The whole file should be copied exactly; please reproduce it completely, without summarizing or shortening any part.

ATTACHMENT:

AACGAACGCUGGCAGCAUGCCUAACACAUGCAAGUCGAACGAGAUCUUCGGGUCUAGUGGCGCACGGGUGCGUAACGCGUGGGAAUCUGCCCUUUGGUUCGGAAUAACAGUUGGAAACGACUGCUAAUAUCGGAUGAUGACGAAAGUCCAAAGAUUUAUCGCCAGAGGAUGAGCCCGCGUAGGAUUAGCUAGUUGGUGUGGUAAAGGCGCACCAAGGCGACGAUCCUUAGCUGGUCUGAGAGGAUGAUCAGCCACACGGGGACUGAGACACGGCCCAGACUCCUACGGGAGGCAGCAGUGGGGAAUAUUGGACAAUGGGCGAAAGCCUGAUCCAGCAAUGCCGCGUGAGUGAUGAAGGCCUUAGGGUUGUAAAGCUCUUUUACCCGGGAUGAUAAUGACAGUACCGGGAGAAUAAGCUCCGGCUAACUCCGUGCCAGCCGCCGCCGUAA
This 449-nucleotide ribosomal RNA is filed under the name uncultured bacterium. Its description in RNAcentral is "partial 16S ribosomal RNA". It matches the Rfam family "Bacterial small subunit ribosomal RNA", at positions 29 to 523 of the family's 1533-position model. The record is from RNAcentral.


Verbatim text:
AACGAACGCUGGCAGCAUGCCUAACACAUGCAAGUCGAACGAGAUCUUCGGGUCUAGUGGCGCACGGGUGCGUAACGCGUGGGAAUCUGCCCUUUGGUUCGGAAUAACAGUUGGAAACGACUGCUAAUAUCGGAUGAUGACGAAAGUCCAAAGAUUUAUCGCCAGAGGAUGAGCCCGCGUAGGAUUAGCUAGUUGGUGUGGUAAAGGCGCACCAAGGCGACGAUCCUUAGCUGGUCUGAGAGGAUGAUCAGCCACACGGGGACUGAGACACGGCCCAGACUCCUACGGGAGGCAGCAGUGGGGAAUAUUGGACAAUGGGCGAAAGCCUGAUCCAGCAAUGCCGCGUGAGUGAUGAAGGCCUUAGGGUUGUAAAGCUCUUUUACCCGGGAUGAUAAUGACAGUACCGGGAGAAUAAGCUCCGGCUAACUCCGUGCCAGCCGCCGCCGUAA
This 449-nucleotide ribosomal RNA is filed under the name uncultured bacterium. Its description in RNAcentral is "partial 16S ribosomal RNA". It matches the Rfam family "Bacterial small subunit ribosomal RNA", at positions 29 to 523 of the family's 1533-position model. The record is from RNAcentral.